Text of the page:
Gay men and women the world over will
celebrate the birth of the modern gay rights movement Monday. The
faithful will pilgrimage to the Stonewall Inn where forty years ago
men in stockings and pumps stood up to their government-approved
bullies, the New York City police department. They rioted for days.
Thousands from around the city joined in. They resisted arrest,
looted buildings, harassed officers, got arrested and sparked the
modern gay rights movement that demands equality, that seeks to erode
stereotypes, and whose mascot is a colorful six color rainbow flag.
That rainbow hued spirit cast into the
universe forty years ago on the streets of New York City has grown
nearly indistinguishable from its early roots. And today there is an
increasing number of politicians, celebrities and leaders joining us
at the Gay Pride party.
Outside the Stonewall Inn on Monday,
gay rights activists will be joined by Congressman Jerrold Nadler,
who represents Greenwich Village. There is no bluer Democrat than
Nadler – he opposed the war in Iraq and the PATRIOT act – but
even some Democrats flee from their most loyal constituency: the gay
and lesbian community. Not so for Nadler whose perfect Human Rights
Campaign Congressional Scorecard was marred last year because he took
a stronger position on transgender rights than the gay rights group
sponsoring the legislation.
Has Nadler, a nine-term representative,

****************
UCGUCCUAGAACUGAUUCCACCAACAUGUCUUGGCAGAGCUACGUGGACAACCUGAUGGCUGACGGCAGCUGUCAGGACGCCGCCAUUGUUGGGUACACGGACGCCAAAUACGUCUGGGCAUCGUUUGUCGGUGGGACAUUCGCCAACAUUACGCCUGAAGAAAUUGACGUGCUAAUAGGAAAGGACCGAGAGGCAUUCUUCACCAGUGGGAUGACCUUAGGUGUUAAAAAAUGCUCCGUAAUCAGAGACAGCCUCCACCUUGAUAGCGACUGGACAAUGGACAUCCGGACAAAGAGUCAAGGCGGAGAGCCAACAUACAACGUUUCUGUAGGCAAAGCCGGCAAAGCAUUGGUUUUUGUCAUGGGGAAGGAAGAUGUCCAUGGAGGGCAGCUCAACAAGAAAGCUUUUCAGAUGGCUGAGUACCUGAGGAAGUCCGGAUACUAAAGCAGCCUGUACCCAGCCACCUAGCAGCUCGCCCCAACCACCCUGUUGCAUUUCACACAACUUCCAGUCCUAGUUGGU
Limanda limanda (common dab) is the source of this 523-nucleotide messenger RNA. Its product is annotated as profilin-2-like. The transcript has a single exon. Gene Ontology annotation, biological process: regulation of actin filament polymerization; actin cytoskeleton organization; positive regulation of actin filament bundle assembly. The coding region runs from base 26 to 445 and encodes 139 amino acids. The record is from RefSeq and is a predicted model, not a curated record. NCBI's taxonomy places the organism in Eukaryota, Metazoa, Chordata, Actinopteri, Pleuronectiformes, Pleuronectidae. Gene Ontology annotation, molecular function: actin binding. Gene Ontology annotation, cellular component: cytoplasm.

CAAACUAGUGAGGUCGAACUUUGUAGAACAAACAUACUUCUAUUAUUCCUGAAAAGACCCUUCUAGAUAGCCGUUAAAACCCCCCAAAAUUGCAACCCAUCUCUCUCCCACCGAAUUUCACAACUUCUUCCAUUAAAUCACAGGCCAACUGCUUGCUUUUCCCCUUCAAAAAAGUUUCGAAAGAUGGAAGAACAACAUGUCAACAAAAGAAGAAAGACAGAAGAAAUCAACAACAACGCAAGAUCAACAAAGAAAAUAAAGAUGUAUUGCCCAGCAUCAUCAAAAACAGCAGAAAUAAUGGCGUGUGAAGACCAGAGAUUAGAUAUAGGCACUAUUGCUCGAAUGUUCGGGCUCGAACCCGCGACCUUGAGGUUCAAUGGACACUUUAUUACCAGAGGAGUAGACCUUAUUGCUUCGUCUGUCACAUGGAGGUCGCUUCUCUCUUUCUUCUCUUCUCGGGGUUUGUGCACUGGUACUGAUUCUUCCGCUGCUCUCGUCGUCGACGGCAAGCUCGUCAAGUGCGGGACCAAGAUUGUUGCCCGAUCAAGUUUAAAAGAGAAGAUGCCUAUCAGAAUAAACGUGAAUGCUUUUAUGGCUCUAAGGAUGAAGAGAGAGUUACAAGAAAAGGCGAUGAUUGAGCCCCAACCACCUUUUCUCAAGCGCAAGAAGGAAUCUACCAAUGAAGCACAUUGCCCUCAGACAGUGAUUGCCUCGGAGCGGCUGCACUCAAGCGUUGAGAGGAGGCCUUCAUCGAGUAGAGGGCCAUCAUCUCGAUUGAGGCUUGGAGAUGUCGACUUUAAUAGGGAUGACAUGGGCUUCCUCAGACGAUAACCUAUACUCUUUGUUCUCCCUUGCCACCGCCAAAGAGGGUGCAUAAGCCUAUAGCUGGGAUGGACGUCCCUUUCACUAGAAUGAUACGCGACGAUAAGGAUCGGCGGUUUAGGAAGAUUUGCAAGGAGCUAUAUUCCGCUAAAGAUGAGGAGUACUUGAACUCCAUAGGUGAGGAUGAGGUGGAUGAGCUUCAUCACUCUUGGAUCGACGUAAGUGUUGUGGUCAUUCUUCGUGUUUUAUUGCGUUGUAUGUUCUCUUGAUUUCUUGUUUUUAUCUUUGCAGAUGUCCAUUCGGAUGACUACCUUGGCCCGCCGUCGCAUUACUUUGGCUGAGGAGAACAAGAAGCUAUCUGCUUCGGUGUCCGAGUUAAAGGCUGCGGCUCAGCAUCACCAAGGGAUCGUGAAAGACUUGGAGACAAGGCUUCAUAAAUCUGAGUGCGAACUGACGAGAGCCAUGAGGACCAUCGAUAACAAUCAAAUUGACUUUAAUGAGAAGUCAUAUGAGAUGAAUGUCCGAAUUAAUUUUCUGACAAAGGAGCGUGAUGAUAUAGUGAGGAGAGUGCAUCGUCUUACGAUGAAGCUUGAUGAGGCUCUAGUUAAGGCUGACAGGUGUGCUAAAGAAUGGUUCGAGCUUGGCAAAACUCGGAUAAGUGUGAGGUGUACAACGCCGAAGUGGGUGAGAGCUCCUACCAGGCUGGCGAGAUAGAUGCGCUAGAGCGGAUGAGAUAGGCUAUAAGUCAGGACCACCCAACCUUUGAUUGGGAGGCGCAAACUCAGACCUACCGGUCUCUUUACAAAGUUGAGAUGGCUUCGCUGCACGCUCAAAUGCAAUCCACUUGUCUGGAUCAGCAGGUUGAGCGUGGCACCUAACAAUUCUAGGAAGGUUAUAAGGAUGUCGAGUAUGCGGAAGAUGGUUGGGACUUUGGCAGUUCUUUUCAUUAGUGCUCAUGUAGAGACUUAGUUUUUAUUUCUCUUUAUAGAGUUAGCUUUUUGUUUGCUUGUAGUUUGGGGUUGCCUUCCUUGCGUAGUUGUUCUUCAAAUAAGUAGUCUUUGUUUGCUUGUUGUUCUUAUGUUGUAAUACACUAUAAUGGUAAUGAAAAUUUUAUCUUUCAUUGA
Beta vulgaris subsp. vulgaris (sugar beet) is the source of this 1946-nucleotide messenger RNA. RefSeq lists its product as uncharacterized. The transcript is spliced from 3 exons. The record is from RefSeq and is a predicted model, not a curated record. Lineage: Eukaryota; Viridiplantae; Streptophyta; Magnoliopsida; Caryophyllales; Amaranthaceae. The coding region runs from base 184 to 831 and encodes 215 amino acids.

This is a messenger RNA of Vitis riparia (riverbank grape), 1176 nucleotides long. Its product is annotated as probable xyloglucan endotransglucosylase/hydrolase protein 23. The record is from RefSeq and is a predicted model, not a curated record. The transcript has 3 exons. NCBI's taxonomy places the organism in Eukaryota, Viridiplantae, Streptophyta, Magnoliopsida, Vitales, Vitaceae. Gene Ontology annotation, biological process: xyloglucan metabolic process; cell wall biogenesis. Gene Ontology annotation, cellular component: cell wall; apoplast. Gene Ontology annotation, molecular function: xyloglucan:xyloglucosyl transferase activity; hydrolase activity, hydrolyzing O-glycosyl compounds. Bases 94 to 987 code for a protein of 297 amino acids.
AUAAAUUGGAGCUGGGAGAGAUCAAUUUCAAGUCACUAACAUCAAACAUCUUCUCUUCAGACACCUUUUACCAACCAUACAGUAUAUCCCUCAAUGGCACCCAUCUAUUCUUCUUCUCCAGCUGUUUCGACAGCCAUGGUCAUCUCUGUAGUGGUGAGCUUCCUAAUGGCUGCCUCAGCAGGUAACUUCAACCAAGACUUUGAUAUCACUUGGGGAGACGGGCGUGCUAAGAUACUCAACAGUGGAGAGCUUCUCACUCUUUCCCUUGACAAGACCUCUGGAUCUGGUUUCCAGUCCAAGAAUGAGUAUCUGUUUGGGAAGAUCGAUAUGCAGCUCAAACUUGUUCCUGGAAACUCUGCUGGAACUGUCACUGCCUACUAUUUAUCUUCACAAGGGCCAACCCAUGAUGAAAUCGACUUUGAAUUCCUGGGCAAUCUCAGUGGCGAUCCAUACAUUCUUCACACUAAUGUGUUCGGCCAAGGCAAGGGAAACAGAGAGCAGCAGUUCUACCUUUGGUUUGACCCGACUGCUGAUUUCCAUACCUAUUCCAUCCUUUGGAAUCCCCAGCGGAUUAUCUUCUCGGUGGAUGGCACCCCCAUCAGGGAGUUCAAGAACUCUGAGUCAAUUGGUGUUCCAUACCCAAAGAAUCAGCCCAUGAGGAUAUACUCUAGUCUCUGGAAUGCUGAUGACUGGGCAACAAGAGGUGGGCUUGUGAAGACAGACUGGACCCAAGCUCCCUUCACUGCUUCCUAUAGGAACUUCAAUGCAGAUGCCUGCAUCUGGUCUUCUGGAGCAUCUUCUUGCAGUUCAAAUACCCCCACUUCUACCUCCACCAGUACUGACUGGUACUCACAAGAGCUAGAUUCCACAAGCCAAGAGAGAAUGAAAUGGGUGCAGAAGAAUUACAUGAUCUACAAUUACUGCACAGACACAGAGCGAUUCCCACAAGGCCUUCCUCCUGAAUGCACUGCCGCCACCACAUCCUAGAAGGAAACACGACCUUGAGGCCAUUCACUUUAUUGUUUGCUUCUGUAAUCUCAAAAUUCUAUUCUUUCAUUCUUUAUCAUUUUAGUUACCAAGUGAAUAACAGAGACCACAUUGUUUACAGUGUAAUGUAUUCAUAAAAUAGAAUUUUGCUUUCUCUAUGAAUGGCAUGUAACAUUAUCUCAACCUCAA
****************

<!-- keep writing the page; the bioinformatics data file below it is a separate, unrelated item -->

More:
crossed the line into gay activism? Or, forty years after the
Stonewall uprising, is being gay in America simply no longer toxic?
Evidence that supports the latter is
piling up quickly. AARP, the nation's largest lobby for seniors, now
openly discusses issues affecting gays over 50 – and devoted a
section of their website to the Stonewall
riots – a majority of Fortune 500 companies voluntarily extend
domestic partnership benefits to the spouses of gay men and lesbians,
and after an eight year hiatus the president once again declared June
Politicians like Nadler, ardent gay
allies, are a recent phenomena. Nadler, however, is not alone.
San Francisco Mayor Gavin Newsom is
unwavering, too. In 2004, Newsom broke California law and began
issuing marriage certificates to gay couples in what became known as
the “winter of love.” And as opponents targeted him last year in
a campaign to re-ban gay marriage, Newsom's rainbow colors did not
And something shimmery and gay happened
in New England this year when lawmakers in three states boldly voted
in favor of granting gay and lesbian couples the right to marry.
Their posts are certain to be challenged by social conservatives, but
each one of them dug deep inside to chose equality over prejudice.
Are these lawmakers gay activists?
They feel like family, they don't take our money and scorn us, they
stand up to bigots for us, and celebrate our anniversaries with us.
If not gay activists, then what?
The Gay Slant is a feature of On Top
Magazine and can be reached at firstname.lastname@example.org.